What if operation Sealion had been successful and the Germans had pulled of their planned invasion of Britain?
For most of the year my end to end railway layout lies dormant. So clearing away all the modern image rolling stock and other visual clues allowed me to use it for some WW2 wargaming. Set against the backdrop of an imaginary British town we find some Panzer Grenadiers moving forward intent on capturing the high ground that overlooks an abandoned loco yard.
At the same time the British are attempting to reinforce the same position by rushing forward some more infantry and armour.
Who will win?
"The rest of the lads better get here pronto or we're stuffed good n proper like"
"Right Chaps lets get a move on, Jerry's up ahead and we have to stop him here and now"
A couple of A13s to the rescue. Not much fire power but they will help with moral.
One infantry section moves up through the sidings. Plenty of solid cover here.
The Grenadiers with armour support start to fan out from under the bridge.
On the high ground near the pub. German fire support gets ready.
1st objective for the Hun. The ruin on the edge of the embankment
They have spotted the British armour. "Achtung Panzer, FIRE...!"
Time to throw some dice.
To help you put the Clyde Puffer kit together, here are some helpful images showing the model in close up.
I have just produced a set of rough stone wall sections for creating small harbour scenes.
Inspired by those amazing wee place to be found all around the coast of Britain. My mate Andy Milligan lent me some of his
20mm Commando's after he saw the harbour set up as part of my model railway. 'The sort of out of the way Scottish place where many a training exercise would have been carried out' He said.
The Austin ambulance is there to take care of the inevitable injury's that will occur as the training staff push for as much realism as possible. After all the next outing might be to Norway or the French coast.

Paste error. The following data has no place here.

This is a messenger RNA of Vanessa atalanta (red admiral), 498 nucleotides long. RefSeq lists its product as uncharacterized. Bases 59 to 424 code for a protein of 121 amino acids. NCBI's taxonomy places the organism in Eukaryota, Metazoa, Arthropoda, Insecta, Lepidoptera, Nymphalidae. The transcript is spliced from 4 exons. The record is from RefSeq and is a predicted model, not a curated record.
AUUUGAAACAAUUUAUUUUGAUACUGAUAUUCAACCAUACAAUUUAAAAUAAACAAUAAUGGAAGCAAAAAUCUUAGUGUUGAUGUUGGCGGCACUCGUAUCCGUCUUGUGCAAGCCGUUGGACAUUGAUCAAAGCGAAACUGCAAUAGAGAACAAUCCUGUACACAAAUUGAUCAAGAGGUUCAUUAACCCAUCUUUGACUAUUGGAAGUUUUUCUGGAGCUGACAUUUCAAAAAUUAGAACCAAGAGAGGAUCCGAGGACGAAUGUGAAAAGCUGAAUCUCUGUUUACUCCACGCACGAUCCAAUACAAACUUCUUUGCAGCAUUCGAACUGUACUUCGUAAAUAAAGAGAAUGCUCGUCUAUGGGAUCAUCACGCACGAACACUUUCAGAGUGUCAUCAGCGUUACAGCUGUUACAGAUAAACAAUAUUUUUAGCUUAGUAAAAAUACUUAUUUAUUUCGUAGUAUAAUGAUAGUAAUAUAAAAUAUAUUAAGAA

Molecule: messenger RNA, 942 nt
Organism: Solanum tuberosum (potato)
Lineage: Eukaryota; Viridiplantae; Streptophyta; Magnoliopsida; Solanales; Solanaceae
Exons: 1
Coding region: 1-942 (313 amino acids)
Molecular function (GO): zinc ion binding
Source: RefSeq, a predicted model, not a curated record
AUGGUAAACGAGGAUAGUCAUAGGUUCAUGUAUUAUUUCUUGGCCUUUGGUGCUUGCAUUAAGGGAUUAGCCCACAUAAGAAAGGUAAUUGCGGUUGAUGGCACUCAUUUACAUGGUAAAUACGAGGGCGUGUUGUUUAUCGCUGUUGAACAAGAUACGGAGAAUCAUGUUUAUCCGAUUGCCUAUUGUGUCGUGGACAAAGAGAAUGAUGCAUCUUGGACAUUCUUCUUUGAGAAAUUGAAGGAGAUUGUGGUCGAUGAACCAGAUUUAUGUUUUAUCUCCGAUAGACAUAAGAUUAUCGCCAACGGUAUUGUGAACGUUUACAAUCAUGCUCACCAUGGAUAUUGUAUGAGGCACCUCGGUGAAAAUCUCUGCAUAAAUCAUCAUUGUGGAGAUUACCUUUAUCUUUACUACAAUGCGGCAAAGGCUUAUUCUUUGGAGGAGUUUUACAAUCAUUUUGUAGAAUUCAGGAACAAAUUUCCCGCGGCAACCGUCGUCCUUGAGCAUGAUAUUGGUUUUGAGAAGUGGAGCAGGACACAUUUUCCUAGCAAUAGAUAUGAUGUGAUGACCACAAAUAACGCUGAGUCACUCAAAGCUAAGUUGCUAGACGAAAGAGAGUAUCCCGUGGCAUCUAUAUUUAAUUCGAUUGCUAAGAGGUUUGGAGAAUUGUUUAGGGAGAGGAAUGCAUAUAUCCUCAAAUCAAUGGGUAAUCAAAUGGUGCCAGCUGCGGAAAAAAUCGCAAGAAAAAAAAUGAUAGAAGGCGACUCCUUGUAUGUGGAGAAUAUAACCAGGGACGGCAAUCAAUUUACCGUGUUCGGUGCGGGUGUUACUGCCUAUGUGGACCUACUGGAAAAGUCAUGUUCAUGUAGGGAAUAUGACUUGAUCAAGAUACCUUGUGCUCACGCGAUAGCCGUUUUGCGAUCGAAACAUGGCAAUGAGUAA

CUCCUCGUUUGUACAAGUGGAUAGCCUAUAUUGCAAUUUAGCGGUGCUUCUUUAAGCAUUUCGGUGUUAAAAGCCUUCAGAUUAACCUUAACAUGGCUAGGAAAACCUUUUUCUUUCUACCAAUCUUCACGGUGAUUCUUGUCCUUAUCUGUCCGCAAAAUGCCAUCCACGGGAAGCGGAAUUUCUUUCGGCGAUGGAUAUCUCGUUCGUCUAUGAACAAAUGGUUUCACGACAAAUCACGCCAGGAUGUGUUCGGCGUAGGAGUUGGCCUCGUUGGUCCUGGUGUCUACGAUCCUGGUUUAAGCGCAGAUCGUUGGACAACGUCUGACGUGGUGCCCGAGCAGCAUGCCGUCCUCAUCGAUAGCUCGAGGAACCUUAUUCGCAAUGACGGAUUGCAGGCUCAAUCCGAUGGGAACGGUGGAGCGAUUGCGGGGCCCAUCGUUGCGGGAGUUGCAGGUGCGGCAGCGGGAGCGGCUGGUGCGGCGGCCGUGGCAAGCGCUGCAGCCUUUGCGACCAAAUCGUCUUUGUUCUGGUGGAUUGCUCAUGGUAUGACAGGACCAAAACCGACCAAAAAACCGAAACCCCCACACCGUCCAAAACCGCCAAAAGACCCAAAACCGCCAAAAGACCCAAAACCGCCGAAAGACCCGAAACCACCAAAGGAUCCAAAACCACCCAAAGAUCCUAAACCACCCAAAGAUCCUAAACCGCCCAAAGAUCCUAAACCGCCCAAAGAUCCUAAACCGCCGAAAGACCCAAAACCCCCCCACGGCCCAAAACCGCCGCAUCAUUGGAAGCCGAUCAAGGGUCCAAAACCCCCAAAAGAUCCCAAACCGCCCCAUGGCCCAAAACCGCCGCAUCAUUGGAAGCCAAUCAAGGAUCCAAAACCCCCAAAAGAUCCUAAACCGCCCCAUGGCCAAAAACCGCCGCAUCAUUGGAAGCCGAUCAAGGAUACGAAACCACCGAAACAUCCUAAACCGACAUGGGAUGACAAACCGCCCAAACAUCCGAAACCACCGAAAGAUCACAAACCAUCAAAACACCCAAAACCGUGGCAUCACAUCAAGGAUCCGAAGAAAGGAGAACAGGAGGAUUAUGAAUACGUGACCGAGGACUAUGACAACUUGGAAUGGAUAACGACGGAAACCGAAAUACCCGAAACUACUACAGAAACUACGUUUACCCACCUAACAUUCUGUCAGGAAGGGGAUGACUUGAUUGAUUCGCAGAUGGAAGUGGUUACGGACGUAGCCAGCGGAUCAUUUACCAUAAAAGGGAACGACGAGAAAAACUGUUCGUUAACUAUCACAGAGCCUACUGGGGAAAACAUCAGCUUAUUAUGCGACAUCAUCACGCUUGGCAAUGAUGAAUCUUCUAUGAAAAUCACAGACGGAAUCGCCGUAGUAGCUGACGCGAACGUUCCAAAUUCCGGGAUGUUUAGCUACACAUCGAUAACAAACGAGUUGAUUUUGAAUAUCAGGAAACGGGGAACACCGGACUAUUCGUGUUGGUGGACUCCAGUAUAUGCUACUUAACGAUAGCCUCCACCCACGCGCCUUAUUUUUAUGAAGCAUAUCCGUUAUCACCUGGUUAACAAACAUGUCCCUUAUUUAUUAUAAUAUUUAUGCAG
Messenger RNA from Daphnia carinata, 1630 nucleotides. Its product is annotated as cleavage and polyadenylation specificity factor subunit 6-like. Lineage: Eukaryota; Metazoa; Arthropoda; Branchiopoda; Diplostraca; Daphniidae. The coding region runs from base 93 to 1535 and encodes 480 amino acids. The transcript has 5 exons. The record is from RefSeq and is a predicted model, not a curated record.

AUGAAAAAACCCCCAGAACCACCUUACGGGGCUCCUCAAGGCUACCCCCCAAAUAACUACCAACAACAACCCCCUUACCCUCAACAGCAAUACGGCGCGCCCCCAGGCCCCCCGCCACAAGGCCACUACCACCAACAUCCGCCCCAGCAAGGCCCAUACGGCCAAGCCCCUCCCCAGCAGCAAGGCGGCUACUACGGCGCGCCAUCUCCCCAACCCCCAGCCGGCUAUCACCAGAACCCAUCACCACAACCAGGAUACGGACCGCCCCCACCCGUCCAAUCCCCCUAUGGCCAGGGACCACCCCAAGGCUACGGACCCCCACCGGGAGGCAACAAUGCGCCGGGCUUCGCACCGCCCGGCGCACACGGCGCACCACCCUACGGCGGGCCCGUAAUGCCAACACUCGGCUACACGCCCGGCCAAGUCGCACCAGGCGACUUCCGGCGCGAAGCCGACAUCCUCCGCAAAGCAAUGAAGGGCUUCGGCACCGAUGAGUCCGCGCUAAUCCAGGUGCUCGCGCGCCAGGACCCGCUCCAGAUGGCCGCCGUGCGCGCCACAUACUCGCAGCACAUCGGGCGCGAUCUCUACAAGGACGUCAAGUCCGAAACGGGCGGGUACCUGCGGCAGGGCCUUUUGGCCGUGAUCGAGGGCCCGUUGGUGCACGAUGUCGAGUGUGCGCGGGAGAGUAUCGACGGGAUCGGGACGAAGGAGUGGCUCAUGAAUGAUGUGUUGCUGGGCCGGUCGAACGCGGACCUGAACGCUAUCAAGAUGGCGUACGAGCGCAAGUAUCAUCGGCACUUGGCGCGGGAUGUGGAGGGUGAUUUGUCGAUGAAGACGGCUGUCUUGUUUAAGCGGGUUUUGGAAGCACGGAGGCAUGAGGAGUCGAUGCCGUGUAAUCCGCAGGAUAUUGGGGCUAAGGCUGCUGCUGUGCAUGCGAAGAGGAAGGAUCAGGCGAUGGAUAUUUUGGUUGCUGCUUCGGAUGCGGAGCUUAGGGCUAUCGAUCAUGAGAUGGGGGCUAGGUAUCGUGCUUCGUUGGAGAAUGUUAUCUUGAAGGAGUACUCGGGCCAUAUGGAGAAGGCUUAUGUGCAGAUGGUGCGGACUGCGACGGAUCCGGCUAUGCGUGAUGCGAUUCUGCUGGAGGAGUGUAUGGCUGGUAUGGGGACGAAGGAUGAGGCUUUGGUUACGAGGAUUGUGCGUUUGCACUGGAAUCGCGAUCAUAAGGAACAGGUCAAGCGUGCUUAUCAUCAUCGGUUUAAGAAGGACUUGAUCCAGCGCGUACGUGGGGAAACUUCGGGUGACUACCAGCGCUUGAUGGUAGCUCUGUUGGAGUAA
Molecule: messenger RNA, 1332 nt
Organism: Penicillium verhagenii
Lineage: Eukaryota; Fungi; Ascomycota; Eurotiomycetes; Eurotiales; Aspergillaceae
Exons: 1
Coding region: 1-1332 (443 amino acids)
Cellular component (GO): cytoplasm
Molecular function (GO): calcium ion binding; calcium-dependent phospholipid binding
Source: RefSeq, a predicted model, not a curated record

I think some gaming using my railway is on the cards for sure.
Inspired further Andy said the walls would also be good for 28mm figs and so he lent me some pirates.
Here is what we set up taking care not to include any 20mm stuff in the background.
From the 1945 sketchbook of a Western front veteran.
'Some of us made it to the end'.
'Before we were allowed to go home though, there was much to be done, including the disposal of thousands upon thousands of vehicles'.
I was wondering how I could incorporate some of the hundreds of wargames vehicles I have into
my OO gauge railway. The inspiration finally came from watching Combat Dealers on TV.
So here is my interpretation of a military vehicle dealership THE WAR WAGON.
This company specialise in sourcing rare WW2 vehicles and all sorts of military hardware and collectables.
They also restore old vehicles as well as trading in more recently retired trucks and AFV's. The showroom is in the
process of being set up as a mini museum and will open to the public next year.
Owned by Craig Lindsey an ex Royal Engineer, the company is based in a large yard next to Mardam station
which is now home to the local rail preservation society. History is being brought to life on both sides of the fence.
The name WAR WAGON is a salute to the John Wayne film of the same name.
Just some of the amazing treasure trove of equipment for sale.
The boss's 4x4 out front with the new arrival a partial restoration Kubelwagen
Main showroom interior. This project is on going.
Some Studebaker trucks and a Bedford OYD in the showroom.
Some WW2 wrecks alongside more modern vehicles.
This last image shows the interchangeable base board section for this model as it is prepared for insertion .